Being diagnosed with celiac disease or gluten intolerance can be sobering news to someone with a penchant for pasta and bread. But despite some restrictions, you can still be a foodie and whip up a deliciously balanced diet.

Discover wholesome and satisfying gluten-free grains.

Some of the most nutrient-dense, flavorful, and versatile grains happen to be gluten-free, says Carol Fenster, PhD, author of nine gluten-free cookbooks including 1,000 Gluten-Free Recipes (Wiley, 2008). Fast-cooking quinoa, for example, has a wonderful nutty flavor, plus ample protein, fiber, and magnesium. Fenster, who was diagnosed with gluten intolerance 22 years ago, uses quinoa in place of bulgur to make the popular Middle Eastern dish tabbouleh.

Millet, amaranth, buckwheat, sorghum, and brown rice can also form the basis of a wide range of meals. According to a 2009 study from the Celiac Disease Center at Columbia University in New York, celiacs who eat gluten-free grains and products made from these alternative flours have improved intakes of several nutrients including calcium, protein, and iron. These grains are now widely available in natural food stores.

Hone your gluten-free cooking skills

To build confidence in preparing alternative grains and using other gluten-free ingredients, Fenster suggests gluten-free cooking classes. If there isn’t a gluten-free cooking class nearby, seek out celiac support groups for ideas and recipe sharing. Connect with others through the Celiac Disease Foundation ( and the Gluten Intolerance Group of North America (

There are scores of gluten-free cookbooks to choose from nowadays. Tackle “problem” cooking areas with titles like The Gluten-Free Almond Flour Cookbook by Elana Amsterdam (Celestial Arts, 2009) and Gluten-Free Italian by Jacqueline Mallorca (Da Capo, 2009).

Transform old favorites

Don’t ditch old cookbooks and passed-down recipes because you have to leave wheat by the wayside. Instead, learn to substitute gluten-free ingredients. For example, Fenster uses sweet rice flour in place of wheat flour to thicken cream soups and gravy. Pick up quinoa or brown rice spaghetti for pasta night. Try breading chicken or fish in gluten-free cornmeal. In meat loaf or meatballs, she suggests using gluten-free crushed crackers or instant potato flakes in place of regular bread crumbs.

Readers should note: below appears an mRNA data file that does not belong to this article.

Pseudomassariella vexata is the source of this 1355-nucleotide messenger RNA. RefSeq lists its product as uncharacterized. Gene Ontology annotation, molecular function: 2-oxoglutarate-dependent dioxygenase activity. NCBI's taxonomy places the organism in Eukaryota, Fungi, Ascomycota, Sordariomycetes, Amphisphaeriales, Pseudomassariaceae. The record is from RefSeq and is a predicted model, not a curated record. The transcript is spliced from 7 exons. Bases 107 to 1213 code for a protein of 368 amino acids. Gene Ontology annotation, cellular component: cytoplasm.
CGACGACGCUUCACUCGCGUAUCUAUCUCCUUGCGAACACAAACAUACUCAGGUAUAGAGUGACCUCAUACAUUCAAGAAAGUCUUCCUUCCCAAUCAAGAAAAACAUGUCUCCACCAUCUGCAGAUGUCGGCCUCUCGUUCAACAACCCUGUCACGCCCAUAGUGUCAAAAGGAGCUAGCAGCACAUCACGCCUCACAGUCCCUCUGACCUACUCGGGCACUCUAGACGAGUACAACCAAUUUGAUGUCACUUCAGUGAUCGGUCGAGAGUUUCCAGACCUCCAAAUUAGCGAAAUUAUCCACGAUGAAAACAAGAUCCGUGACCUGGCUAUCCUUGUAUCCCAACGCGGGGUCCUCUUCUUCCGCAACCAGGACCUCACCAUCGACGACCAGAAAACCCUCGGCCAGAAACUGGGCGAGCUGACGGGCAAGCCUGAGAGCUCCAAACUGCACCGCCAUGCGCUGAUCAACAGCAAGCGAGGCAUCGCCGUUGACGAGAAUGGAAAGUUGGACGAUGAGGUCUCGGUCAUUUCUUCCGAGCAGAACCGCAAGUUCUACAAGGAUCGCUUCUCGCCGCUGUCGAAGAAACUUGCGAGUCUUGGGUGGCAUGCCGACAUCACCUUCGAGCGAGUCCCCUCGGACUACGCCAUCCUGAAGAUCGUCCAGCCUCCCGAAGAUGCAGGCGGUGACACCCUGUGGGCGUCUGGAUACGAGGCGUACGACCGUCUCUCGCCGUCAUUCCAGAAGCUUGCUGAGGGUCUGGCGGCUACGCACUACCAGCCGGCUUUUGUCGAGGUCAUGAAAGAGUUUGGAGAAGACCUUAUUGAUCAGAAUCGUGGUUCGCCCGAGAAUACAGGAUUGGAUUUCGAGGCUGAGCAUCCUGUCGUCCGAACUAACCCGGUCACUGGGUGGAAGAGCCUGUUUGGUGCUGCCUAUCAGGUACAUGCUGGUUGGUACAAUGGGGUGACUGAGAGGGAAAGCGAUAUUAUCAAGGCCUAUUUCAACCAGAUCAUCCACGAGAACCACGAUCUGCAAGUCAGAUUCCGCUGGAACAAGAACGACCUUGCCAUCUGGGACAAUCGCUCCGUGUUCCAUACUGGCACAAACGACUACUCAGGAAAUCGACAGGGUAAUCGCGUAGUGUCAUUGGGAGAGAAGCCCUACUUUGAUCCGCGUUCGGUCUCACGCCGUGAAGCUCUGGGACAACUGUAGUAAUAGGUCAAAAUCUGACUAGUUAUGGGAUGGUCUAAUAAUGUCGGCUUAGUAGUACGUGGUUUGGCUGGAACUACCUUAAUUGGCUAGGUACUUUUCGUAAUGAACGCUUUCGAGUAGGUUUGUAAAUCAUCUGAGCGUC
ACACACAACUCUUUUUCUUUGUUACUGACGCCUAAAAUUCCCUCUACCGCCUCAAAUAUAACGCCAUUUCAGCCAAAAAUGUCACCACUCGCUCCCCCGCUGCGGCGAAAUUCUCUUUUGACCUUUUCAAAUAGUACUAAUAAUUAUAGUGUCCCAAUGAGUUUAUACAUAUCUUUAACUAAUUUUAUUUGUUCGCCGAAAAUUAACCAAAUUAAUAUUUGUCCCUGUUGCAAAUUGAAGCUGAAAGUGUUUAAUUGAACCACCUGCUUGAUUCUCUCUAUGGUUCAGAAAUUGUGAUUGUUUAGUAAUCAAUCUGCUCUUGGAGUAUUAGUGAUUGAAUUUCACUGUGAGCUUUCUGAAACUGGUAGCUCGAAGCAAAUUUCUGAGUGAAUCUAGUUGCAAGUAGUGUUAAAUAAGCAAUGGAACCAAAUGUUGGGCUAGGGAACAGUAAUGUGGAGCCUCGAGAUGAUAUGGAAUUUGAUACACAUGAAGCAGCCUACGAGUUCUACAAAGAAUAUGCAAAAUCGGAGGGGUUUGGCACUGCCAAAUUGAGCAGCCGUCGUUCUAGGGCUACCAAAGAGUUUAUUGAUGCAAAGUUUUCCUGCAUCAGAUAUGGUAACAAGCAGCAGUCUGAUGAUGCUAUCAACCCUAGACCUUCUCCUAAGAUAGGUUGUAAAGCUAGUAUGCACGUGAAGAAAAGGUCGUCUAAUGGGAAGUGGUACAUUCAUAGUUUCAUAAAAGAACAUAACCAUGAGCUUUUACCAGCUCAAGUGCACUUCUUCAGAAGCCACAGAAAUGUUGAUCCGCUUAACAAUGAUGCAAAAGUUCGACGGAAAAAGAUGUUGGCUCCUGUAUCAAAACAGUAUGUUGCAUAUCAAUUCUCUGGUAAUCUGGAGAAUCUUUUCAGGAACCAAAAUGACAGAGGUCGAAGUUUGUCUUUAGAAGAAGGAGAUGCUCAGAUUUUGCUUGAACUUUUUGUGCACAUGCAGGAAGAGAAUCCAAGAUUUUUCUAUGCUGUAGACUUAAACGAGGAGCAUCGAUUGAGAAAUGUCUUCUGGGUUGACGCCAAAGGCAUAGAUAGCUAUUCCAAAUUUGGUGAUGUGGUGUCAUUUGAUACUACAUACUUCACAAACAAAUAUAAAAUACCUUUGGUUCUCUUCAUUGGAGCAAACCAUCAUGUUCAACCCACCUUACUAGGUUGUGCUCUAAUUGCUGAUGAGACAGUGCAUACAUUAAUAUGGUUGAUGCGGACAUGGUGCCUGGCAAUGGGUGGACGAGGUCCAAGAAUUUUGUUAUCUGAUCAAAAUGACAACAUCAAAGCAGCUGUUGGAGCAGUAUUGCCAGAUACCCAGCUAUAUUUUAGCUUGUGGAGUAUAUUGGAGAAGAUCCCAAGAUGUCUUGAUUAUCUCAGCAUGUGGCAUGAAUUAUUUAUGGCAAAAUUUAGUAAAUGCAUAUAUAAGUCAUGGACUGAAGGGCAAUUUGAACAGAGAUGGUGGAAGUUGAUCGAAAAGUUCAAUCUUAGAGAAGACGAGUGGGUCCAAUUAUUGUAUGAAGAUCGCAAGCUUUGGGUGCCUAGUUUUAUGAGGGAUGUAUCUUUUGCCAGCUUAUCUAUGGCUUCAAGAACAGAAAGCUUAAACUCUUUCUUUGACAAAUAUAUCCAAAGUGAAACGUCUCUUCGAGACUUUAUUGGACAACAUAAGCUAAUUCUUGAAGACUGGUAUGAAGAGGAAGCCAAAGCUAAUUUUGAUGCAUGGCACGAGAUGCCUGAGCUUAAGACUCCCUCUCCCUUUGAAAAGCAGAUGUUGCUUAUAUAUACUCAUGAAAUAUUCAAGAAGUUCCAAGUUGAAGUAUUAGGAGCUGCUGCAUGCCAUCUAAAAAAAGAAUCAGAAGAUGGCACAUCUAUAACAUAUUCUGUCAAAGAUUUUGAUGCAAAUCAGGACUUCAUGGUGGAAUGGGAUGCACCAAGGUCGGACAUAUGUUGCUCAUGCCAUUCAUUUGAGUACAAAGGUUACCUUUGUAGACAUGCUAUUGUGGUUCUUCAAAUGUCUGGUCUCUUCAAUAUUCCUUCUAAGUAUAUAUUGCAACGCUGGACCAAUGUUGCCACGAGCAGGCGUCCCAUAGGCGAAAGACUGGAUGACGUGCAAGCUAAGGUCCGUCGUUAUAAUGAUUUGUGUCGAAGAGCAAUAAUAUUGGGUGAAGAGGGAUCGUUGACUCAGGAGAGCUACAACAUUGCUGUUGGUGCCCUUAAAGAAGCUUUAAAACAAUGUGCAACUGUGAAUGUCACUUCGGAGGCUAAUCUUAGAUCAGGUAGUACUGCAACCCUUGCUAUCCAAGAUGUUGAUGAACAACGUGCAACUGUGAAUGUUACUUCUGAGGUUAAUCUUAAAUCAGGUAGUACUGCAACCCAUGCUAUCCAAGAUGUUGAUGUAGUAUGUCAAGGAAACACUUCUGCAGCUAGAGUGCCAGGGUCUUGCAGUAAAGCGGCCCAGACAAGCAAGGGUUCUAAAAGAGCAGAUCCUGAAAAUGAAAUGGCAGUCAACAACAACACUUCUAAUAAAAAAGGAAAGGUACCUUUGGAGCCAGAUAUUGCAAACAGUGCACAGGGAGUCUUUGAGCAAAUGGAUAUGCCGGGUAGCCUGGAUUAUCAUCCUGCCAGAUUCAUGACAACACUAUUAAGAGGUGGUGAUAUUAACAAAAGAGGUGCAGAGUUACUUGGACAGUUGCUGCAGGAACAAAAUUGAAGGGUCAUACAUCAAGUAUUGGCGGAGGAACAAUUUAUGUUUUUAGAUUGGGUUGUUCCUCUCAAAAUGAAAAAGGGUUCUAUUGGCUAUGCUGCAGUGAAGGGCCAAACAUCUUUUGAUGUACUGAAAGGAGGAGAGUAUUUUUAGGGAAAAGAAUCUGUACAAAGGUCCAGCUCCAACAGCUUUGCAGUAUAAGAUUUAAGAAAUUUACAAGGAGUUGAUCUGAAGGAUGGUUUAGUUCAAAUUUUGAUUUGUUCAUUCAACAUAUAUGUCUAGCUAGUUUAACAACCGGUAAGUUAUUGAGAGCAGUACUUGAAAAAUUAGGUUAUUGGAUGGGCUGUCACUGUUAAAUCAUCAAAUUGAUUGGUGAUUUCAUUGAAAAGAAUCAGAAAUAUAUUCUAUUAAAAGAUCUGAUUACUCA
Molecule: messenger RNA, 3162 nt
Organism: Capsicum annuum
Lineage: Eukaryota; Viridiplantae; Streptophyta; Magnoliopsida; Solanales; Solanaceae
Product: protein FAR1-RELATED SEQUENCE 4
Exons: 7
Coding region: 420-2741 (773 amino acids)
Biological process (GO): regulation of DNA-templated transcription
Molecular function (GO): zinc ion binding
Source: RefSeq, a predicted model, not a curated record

Be your own baker

There are plenty of ready-made gluten-free breads and muffins out there, but to save cash you may want to learn to bake your own. Gluten is what holds wheat-based baked goods together, aids in rising, and gives springiness and structure, so no one gluten-free grain flour can replace wheat flour in a recipe. Make your own gluten-free flour mix by following the all-purpose Alison’s Gluten-Free Baking Mix; then replace wheat flour 1:1 with your mix or a store-bought option such as Pamela’s or Bob’s Red Mill.

Extra flavor boosters can help subdue any curious flavors gluten-free flour mixes may lend baked goods. For sweet baked goods try vanilla extract, almond extract, ginger, cinnamon, or citrus zest. Onion or garlic powder, dried herbs, and Parmesan cheese can be used in savory baked goods such as pizza crust. “Use xanthan gum, which mimics gluten by binding ingredients in baked goods so they don’t turn into a plate of crumbs,” Fenster says. A rule of thumb is 1 teaspoon of xanthan gum for every cup of flour in cake; 1 ½ teaspoons for every cup in muffins and quick breads, and 1/4–1/2 teaspoon for each cup in cookies.

Tap into gluten-free recipes online has a gluten-free recipe section with hundreds of safe entrées, sides, snacks, and desserts sans gluten. (Head to the gluten-free corner). There are also a burgeoning number of gluten-free foodies out there blogging about their kitchen adventures. Check out and, as well as blogs, where you’ll find weekly gluten-free cooking tips and product reviews by Elisa Bosley, Delicious Living’s senior food editor—whose son has gluten intolerance.